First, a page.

Tail of the First Fish: From the Algarve to Gibraltar
We had trawled a line behind the boat for days without catching a fish. Flo our skipper predicted we would get a bite after we rounded the Cape (southwesternmost point of mainland Europe). Sure enough, once we passed the Cabo de São Vicente, the line started humming. It was a bonito. "Small" by Flo's standards, but it was huge for me.
After showing us how to fillet it, Flo prepared it two ways. It was the freshest fish I have ever eaten. We ate it while still in sight of where we caught it.
Sailing around the Algarve was special because I visited it as a kid on a trip with my family. I remember looking down at the ocean from the cliffs. I would never have guessed that years later, I would sail by the same spot and catch my first fish. And we caught 2 more right after!
The Algarve, the southern coast of Portugal, is a spectacularly beautiful place for which Google will have way better photos than us. We visited these ports in the first week of May, all very different and charming in their own ways.
The first stop after Cascais (Lisboa) was a quiet port called Sines. We just spent the night there in their tiny marina and went to shore for provisions and dinner.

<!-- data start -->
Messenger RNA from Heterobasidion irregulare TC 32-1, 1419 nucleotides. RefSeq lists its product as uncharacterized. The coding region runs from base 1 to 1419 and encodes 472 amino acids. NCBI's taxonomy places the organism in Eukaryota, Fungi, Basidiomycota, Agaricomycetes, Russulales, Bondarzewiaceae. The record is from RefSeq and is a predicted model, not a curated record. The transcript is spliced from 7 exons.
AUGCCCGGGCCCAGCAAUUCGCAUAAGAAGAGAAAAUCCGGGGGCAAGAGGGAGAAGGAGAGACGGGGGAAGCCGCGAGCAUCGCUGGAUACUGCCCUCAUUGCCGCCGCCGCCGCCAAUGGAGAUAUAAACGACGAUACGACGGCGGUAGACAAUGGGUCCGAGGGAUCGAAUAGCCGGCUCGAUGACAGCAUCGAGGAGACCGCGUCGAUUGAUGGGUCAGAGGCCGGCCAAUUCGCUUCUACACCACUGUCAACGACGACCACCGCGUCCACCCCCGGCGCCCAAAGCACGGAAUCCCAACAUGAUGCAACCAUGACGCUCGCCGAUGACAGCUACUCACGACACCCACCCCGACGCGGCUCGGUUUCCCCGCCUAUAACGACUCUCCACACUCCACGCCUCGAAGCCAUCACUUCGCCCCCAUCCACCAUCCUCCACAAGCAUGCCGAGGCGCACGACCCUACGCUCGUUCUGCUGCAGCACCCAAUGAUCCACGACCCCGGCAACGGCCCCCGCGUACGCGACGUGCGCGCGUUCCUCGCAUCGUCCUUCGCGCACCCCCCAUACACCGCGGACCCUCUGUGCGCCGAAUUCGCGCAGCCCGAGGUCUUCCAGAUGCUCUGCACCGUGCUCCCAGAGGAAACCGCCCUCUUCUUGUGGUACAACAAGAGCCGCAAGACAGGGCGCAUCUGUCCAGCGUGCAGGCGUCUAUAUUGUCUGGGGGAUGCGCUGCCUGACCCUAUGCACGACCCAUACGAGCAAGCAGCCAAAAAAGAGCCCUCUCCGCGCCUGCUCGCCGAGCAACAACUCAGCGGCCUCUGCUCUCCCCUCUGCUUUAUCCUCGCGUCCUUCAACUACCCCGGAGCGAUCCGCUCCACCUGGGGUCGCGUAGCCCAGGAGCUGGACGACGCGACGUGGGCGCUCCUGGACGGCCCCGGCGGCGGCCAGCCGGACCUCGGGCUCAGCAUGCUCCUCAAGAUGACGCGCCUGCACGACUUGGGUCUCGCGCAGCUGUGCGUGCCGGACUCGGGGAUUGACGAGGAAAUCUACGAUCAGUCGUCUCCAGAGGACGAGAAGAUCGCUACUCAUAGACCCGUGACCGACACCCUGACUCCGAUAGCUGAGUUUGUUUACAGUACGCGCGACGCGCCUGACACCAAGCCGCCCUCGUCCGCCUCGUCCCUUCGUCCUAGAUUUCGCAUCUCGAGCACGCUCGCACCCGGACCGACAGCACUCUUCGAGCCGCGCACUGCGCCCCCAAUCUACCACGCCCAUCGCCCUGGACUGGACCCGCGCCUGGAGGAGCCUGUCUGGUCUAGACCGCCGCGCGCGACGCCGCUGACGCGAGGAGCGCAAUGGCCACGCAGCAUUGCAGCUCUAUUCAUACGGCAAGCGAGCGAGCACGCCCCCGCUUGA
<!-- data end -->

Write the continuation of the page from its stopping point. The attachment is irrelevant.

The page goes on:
The scenery around Lagos was unexpectedly beautiful with it’s large rock formations.
From Lagos to Ria Formosa it’s a short day sail. We anchored in a nature reserve overnight. It was a serene and pretty place that is normally filled with hundreds of boats in the summer.
We decided to do one last stretch from Faro to Gibraltar, a journey of 24 hours. By this time, we felt confident about it and were refreshed by the time in Culatra.
On the day we sailed out, the weather was just perfect. A steady 15 knots wind was pushing us forward and with the gennaker out for the first time we made good progress with up to 8 knots of speed (very fast for our boat).
We heard from another sailor that the tuna were hanging out around the gulf of Cadiz, near Gibraltar. As expected, when we got near the gulf in the early morning hours, I had my fishing line in the water for less than 15 minutes when I got a bite. The reel started humming and spun so fast I couldn’t hold it and within seconds the line ran out and completely snapped! The tuna that bit was so big that I had no chance keeping it.